Days Like Today
There are days that you wonder why you’re still here. You sit in your car, idling in traffic on Sunset or Santa Monica and feel like bashing your head against the steering wheel. You imagine some other city you love and how easy it is to get around. You think about the rent and how much cheaper it is. You think about how much easier it is to meet people. You think about things you don’t get here in Los Angeles: seasons, a sky full of stars, a restaurant that doesn’t require a reservation for dinner.
The more you think about these things, the more impotent and out of control you feel. There is nothing for you here, no inspiration — nothing. Los Angeles is a farce.
You are jolted back to reality by a honk, you’re so busy looking at plane tickets, you’ve failed to notice the car in front of you has moved a whole seven inches.
And then, there are days like today. You felt it coming even though you couldn’t have put your finger on any given sign. There were many. First, humidity was sucked out of the air and your body, seemingly from one moment to the next. Then, a few days later, the monotonous cold of winter was shattered by a warm day. And then another.
And then, on the third day, the sky — choked with gray — made all the leaves on the ground all that much brighter. You didn’t understand why your heart was beating faster, why everything merited more thought than usual. You even had a conversation with a stranger on the street. On the street? Why were you on the street? We don’t do that here. We don’t walk. We drive. And we certainly don’t talk to anyone who is not in our cars or on the other end of our phones.
But you did. Today, you walked on the street. You walked and you talked to someone standing at an intersection. You’d forgotten what it was like to talk to people who didn’t want anything from you, and from whom you didn’t want anything either. It had to be the most pointless thing you’d ever done. It felt amazing. You wanted more. You wanted — what? You have no idea. More. More of everything. You want to live.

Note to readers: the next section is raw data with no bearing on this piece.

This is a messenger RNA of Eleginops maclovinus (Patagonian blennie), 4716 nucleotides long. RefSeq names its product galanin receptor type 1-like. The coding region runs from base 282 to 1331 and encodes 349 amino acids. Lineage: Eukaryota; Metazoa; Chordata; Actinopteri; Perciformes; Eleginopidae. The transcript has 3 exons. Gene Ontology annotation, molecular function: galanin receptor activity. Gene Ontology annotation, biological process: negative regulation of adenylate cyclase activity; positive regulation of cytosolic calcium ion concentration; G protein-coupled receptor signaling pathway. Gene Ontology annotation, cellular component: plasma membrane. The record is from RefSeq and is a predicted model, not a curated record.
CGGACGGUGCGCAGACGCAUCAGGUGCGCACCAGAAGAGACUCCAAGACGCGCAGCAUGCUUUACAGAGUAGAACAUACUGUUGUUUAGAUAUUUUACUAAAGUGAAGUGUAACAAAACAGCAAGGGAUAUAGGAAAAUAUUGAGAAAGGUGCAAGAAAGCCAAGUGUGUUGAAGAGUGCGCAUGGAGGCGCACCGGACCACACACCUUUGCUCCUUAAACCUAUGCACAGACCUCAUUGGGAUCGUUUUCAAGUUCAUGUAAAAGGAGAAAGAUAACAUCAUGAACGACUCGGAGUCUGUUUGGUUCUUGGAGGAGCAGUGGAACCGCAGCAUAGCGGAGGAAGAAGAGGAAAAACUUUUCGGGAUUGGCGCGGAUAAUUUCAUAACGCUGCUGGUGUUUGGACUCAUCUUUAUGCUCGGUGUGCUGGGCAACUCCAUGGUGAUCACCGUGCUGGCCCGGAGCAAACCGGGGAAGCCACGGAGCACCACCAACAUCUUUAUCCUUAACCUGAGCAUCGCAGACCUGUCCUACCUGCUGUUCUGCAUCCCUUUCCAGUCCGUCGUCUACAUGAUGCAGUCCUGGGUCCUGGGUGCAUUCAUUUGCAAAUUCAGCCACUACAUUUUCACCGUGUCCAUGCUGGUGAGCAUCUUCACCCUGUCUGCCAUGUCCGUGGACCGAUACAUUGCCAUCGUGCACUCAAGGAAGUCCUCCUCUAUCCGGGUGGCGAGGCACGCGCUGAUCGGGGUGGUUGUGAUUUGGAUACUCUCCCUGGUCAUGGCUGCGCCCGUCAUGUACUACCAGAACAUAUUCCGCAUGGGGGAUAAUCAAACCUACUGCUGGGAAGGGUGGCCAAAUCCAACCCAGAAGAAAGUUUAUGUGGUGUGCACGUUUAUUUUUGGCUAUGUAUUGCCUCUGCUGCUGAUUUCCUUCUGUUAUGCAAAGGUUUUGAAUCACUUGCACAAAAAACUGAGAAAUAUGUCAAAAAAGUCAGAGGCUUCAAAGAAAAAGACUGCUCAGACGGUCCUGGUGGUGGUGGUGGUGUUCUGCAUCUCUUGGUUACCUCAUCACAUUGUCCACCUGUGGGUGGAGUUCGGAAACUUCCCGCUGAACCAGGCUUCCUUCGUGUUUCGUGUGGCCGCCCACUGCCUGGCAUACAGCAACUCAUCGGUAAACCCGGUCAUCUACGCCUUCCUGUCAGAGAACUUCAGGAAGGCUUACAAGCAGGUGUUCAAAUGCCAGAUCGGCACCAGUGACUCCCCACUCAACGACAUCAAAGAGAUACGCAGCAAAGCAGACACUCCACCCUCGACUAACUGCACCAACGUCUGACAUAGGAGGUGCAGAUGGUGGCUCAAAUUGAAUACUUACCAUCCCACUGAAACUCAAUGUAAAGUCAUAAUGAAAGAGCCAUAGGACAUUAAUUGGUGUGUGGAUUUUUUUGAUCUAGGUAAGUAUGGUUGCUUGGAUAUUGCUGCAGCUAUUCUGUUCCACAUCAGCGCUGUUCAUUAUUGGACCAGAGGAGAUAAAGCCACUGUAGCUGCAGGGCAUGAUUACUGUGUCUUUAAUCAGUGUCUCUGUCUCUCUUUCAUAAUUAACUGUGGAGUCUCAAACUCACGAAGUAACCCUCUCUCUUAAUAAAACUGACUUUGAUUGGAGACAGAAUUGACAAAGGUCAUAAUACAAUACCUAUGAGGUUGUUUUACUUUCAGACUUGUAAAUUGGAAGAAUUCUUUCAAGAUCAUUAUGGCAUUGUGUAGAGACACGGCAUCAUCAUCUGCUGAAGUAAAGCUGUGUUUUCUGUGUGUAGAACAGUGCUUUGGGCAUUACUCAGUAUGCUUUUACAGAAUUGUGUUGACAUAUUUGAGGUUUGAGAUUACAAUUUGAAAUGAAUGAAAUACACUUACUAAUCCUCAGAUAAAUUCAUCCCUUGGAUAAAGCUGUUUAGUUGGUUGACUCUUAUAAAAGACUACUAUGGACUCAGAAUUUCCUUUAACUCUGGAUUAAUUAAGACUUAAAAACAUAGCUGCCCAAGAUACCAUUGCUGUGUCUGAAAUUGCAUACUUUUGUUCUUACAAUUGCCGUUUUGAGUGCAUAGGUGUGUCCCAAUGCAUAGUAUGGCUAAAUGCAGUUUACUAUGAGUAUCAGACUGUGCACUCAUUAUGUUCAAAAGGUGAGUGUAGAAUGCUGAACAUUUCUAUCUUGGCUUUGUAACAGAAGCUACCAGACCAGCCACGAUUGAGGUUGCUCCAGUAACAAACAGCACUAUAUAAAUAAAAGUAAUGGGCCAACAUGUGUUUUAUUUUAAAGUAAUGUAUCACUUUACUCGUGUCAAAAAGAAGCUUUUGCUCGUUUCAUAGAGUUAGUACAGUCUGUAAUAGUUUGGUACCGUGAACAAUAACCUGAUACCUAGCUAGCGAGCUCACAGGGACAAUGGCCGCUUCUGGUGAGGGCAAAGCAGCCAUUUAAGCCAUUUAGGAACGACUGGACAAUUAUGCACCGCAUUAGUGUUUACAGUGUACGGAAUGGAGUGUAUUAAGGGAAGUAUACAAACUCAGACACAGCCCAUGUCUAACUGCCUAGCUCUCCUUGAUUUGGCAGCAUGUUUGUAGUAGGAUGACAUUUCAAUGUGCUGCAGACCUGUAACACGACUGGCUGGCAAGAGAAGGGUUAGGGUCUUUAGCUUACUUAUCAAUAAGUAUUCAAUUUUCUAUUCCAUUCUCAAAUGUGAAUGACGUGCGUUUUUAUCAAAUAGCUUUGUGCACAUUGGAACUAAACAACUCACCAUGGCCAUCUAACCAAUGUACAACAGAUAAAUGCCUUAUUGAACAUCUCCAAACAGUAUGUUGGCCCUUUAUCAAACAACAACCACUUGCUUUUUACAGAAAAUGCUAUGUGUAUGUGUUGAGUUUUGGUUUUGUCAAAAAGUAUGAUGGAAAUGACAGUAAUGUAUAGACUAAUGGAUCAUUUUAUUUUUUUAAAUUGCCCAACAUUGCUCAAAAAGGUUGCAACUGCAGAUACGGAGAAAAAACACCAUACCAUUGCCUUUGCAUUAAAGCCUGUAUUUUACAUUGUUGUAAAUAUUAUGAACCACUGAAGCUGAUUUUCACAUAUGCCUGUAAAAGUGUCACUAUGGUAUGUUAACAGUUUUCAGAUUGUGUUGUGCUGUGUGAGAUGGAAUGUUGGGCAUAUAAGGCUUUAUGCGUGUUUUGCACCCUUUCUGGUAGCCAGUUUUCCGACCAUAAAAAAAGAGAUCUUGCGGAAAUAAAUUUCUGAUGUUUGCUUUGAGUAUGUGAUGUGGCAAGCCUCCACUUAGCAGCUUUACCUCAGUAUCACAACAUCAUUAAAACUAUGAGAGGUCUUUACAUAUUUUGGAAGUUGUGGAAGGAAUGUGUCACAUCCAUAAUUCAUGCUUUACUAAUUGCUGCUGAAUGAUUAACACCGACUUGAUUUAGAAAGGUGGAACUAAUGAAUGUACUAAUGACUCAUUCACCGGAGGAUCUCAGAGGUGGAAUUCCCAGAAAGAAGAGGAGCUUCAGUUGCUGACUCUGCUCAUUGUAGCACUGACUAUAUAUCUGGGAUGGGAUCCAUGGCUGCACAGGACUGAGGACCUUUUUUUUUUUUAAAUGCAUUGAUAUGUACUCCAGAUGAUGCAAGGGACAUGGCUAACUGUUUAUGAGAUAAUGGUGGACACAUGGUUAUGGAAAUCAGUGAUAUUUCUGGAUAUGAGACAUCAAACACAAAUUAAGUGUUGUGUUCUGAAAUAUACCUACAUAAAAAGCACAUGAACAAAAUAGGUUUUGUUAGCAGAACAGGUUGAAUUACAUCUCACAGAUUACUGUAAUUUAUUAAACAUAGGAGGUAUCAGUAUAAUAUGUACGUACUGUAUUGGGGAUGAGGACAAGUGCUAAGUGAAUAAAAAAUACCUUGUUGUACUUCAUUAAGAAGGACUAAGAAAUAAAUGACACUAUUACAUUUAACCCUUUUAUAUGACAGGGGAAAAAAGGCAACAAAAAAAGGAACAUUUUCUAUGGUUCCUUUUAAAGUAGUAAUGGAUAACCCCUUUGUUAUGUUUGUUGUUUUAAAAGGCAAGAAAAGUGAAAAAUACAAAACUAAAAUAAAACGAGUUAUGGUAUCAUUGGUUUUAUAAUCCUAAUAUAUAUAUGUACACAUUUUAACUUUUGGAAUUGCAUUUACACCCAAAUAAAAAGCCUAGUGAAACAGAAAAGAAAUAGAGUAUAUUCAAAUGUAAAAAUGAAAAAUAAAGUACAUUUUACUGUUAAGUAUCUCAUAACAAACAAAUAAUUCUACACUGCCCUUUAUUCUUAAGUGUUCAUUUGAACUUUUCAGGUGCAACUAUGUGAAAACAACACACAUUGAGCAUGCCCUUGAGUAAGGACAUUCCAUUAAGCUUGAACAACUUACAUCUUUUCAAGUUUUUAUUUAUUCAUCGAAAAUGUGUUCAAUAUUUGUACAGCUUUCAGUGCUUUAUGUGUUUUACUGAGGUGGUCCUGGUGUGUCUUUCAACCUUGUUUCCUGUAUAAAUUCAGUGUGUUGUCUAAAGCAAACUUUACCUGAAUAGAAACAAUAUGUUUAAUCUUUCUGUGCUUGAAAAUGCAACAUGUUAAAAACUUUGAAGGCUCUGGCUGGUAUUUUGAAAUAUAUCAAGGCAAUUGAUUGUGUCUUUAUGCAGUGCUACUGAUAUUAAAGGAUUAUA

You have no idea what that means, you realize. You’re paralyzed by the the crushing truth of it, yet simultaneously aware that you will stop at nothing to get it. Nothing.
Then, without warning, dusk comes as you stand there — the bright red skies heralding the return of the devil winds. That’s when you realize what is happening. This city has never been one for peace or quiet, but the winds make it that much worse. They pull leaves this way and that like so many castanets. Flags whip, street signs swing back and forth like a door on squeaky hinges, signs are blown away along with scattered pages from a copy of the LA Weekly that someone disowned on a table somewhere. It’s not long before the sirens start.
“There was a desert wind blowing that night,” Raymond Chandler wrote in his short story Red Wind. “It was one of those hot dry Santa Anas that come down through the mountain passes and curl your hair and make your nerves jump and your skin itch. On nights like that every booze party ends in a fight. Meek little wives feel the edge of the carving knife and study their husbands’ necks. Anything can happen.”
Santa Anas — they say the name comes from the Spanish word for Satan: Satanas. No one’s really sure. But Chandler is right: anything can happen. A scientist in the 60s correlated the change of ions in the atmosphere with negative moods. An overview of crimes in Los Angeles then seemed to suggest homicides and suicides increased when the winds blow. Anything can happen.
Standing in front of your favorite cafe, the one you never check into on Foursquare because you want to keep it to yourself, you hear the roar of the wind, the squeals of the street signs, the flapping of banners, the swooshing of trees and sirens of ambulances and firetrucks, and you see the leaves — so many little leaves — swirling red and white in the lights of cars coming and going, and you remember — this. This is why you’re here. The sudden weight of life and death on every choice. You’re alive. Yes, the dream is paramount, but you, the human, you’re still here.
But you won’t always be here. You won’t always be this young, this ready, this able. Why have you spent the past year in a car?
The question flattens you against the impertinence of time and liberates you at once. You pull out your phone and dial a number you told yourself you’d never dial again. Oh, yes — the ideas born under the devil winds are never good ones, but as we all know, it’s the bad ideas that make the best screenplays.